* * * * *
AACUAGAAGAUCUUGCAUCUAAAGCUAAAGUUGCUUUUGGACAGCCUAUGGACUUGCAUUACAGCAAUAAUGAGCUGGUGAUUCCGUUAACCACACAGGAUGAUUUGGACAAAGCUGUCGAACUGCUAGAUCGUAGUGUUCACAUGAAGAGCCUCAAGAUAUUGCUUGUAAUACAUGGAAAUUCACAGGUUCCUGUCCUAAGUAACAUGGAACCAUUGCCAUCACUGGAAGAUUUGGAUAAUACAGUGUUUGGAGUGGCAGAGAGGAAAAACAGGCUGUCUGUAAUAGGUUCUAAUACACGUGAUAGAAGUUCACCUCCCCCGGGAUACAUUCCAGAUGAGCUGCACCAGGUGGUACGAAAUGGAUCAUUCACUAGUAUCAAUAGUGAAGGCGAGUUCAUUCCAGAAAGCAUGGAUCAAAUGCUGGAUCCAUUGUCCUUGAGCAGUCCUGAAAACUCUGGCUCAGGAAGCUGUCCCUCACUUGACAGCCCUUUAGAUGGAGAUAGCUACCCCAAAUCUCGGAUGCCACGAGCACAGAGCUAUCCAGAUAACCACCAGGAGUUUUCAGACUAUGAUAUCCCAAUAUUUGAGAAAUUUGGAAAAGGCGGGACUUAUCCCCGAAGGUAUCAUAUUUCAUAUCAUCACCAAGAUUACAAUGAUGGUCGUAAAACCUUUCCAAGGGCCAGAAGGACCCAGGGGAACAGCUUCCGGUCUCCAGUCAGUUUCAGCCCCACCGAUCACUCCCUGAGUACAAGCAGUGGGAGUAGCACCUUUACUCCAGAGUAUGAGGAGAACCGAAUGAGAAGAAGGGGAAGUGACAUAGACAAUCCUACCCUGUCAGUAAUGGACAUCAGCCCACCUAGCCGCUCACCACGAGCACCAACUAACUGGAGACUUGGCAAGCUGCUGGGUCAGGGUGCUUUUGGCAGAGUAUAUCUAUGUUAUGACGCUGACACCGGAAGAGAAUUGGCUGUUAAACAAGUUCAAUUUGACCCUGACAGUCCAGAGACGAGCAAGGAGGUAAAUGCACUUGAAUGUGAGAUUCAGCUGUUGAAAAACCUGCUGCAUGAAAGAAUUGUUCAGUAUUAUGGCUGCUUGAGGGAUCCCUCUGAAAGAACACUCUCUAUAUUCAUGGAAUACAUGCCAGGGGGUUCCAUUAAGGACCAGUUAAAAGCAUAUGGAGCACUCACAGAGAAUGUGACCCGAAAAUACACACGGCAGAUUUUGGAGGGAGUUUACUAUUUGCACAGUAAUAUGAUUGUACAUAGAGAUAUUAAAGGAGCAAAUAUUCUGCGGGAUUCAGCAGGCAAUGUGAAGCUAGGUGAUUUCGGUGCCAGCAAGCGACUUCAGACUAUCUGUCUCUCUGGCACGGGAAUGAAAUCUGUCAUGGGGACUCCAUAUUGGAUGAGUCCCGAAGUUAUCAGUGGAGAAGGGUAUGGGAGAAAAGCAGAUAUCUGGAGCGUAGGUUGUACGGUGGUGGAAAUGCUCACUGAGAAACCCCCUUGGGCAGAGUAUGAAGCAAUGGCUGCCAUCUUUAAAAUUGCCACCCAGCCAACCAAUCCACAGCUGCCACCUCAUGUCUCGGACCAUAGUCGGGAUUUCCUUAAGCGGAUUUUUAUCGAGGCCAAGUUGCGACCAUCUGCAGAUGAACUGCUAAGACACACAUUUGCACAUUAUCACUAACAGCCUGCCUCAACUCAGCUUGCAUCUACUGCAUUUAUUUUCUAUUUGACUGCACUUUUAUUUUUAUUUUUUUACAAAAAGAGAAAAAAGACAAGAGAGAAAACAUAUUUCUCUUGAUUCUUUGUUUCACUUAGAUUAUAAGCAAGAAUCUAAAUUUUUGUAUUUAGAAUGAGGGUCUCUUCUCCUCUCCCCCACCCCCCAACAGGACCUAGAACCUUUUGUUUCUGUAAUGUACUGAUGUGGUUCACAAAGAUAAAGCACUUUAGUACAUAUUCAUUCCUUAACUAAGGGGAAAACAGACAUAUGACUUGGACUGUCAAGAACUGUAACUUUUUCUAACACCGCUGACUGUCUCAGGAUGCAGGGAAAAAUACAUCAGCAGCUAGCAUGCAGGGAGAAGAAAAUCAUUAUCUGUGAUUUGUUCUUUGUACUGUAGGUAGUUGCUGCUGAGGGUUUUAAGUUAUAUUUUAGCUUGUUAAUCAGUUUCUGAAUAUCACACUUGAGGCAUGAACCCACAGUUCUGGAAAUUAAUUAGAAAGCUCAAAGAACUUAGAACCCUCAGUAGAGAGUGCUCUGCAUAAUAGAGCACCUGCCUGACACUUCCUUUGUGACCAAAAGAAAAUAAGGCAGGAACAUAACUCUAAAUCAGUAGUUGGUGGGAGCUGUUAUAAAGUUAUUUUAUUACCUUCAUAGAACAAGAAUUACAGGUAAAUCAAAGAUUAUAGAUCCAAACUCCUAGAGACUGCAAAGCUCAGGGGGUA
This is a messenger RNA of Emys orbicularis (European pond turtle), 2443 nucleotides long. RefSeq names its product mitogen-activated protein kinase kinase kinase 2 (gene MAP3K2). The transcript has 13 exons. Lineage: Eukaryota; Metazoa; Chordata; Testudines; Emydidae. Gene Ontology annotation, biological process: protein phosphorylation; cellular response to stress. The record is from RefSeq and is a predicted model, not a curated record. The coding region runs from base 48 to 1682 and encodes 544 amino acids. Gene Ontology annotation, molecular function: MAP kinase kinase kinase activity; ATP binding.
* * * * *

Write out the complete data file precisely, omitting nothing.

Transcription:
AACUAGAAGAUCUUGCAUCUAAAGCUAAAGUUGCUUUUGGACAGCCUAUGGACUUGCAUUACAGCAAUAAUGAGCUGGUGAUUCCGUUAACCACACAGGAUGAUUUGGACAAAGCUGUCGAACUGCUAGAUCGUAGUGUUCACAUGAAGAGCCUCAAGAUAUUGCUUGUAAUACAUGGAAAUUCACAGGUUCCUGUCCUAAGUAACAUGGAACCAUUGCCAUCACUGGAAGAUUUGGAUAAUACAGUGUUUGGAGUGGCAGAGAGGAAAAACAGGCUGUCUGUAAUAGGUUCUAAUACACGUGAUAGAAGUUCACCUCCCCCGGGAUACAUUCCAGAUGAGCUGCACCAGGUGGUACGAAAUGGAUCAUUCACUAGUAUCAAUAGUGAAGGCGAGUUCAUUCCAGAAAGCAUGGAUCAAAUGCUGGAUCCAUUGUCCUUGAGCAGUCCUGAAAACUCUGGCUCAGGAAGCUGUCCCUCACUUGACAGCCCUUUAGAUGGAGAUAGCUACCCCAAAUCUCGGAUGCCACGAGCACAGAGCUAUCCAGAUAACCACCAGGAGUUUUCAGACUAUGAUAUCCCAAUAUUUGAGAAAUUUGGAAAAGGCGGGACUUAUCCCCGAAGGUAUCAUAUUUCAUAUCAUCACCAAGAUUACAAUGAUGGUCGUAAAACCUUUCCAAGGGCCAGAAGGACCCAGGGGAACAGCUUCCGGUCUCCAGUCAGUUUCAGCCCCACCGAUCACUCCCUGAGUACAAGCAGUGGGAGUAGCACCUUUACUCCAGAGUAUGAGGAGAACCGAAUGAGAAGAAGGGGAAGUGACAUAGACAAUCCUACCCUGUCAGUAAUGGACAUCAGCCCACCUAGCCGCUCACCACGAGCACCAACUAACUGGAGACUUGGCAAGCUGCUGGGUCAGGGUGCUUUUGGCAGAGUAUAUCUAUGUUAUGACGCUGACACCGGAAGAGAAUUGGCUGUUAAACAAGUUCAAUUUGACCCUGACAGUCCAGAGACGAGCAAGGAGGUAAAUGCACUUGAAUGUGAGAUUCAGCUGUUGAAAAACCUGCUGCAUGAAAGAAUUGUUCAGUAUUAUGGCUGCUUGAGGGAUCCCUCUGAAAGAACACUCUCUAUAUUCAUGGAAUACAUGCCAGGGGGUUCCAUUAAGGACCAGUUAAAAGCAUAUGGAGCACUCACAGAGAAUGUGACCCGAAAAUACACACGGCAGAUUUUGGAGGGAGUUUACUAUUUGCACAGUAAUAUGAUUGUACAUAGAGAUAUUAAAGGAGCAAAUAUUCUGCGGGAUUCAGCAGGCAAUGUGAAGCUAGGUGAUUUCGGUGCCAGCAAGCGACUUCAGACUAUCUGUCUCUCUGGCACGGGAAUGAAAUCUGUCAUGGGGACUCCAUAUUGGAUGAGUCCCGAAGUUAUCAGUGGAGAAGGGUAUGGGAGAAAAGCAGAUAUCUGGAGCGUAGGUUGUACGGUGGUGGAAAUGCUCACUGAGAAACCCCCUUGGGCAGAGUAUGAAGCAAUGGCUGCCAUCUUUAAAAUUGCCACCCAGCCAACCAAUCCACAGCUGCCACCUCAUGUCUCGGACCAUAGUCGGGAUUUCCUUAAGCGGAUUUUUAUCGAGGCCAAGUUGCGACCAUCUGCAGAUGAACUGCUAAGACACACAUUUGCACAUUAUCACUAACAGCCUGCCUCAACUCAGCUUGCAUCUACUGCAUUUAUUUUCUAUUUGACUGCACUUUUAUUUUUAUUUUUUUACAAAAAGAGAAAAAAGACAAGAGAGAAAACAUAUUUCUCUUGAUUCUUUGUUUCACUUAGAUUAUAAGCAAGAAUCUAAAUUUUUGUAUUUAGAAUGAGGGUCUCUUCUCCUCUCCCCCACCCCCCAACAGGACCUAGAACCUUUUGUUUCUGUAAUGUACUGAUGUGGUUCACAAAGAUAAAGCACUUUAGUACAUAUUCAUUCCUUAACUAAGGGGAAAACAGACAUAUGACUUGGACUGUCAAGAACUGUAACUUUUUCUAACACCGCUGACUGUCUCAGGAUGCAGGGAAAAAUACAUCAGCAGCUAGCAUGCAGGGAGAAGAAAAUCAUUAUCUGUGAUUUGUUCUUUGUACUGUAGGUAGUUGCUGCUGAGGGUUUUAAGUUAUAUUUUAGCUUGUUAAUCAGUUUCUGAAUAUCACACUUGAGGCAUGAACCCACAGUUCUGGAAAUUAAUUAGAAAGCUCAAAGAACUUAGAACCCUCAGUAGAGAGUGCUCUGCAUAAUAGAGCACCUGCCUGACACUUCCUUUGUGACCAAAAGAAAAUAAGGCAGGAACAUAACUCUAAAUCAGUAGUUGGUGGGAGCUGUUAUAAAGUUAUUUUAUUACCUUCAUAGAACAAGAAUUACAGGUAAAUCAAAGAUUAUAGAUCCAAACUCCUAGAGACUGCAAAGCUCAGGGGGUA
This is a messenger RNA of Emys orbicularis (European pond turtle), 2443 nucleotides long. RefSeq names its product mitogen-activated protein kinase kinase kinase 2 (gene MAP3K2). The transcript has 13 exons. Lineage: Eukaryota; Metazoa; Chordata; Testudines; Emydidae. Gene Ontology annotation, biological process: protein phosphorylation; cellular response to stress. The record is from RefSeq and is a predicted model, not a curated record. The coding region runs from base 48 to 1682 and encodes 544 amino acids. Gene Ontology annotation, molecular function: MAP kinase kinase kinase activity; ATP binding.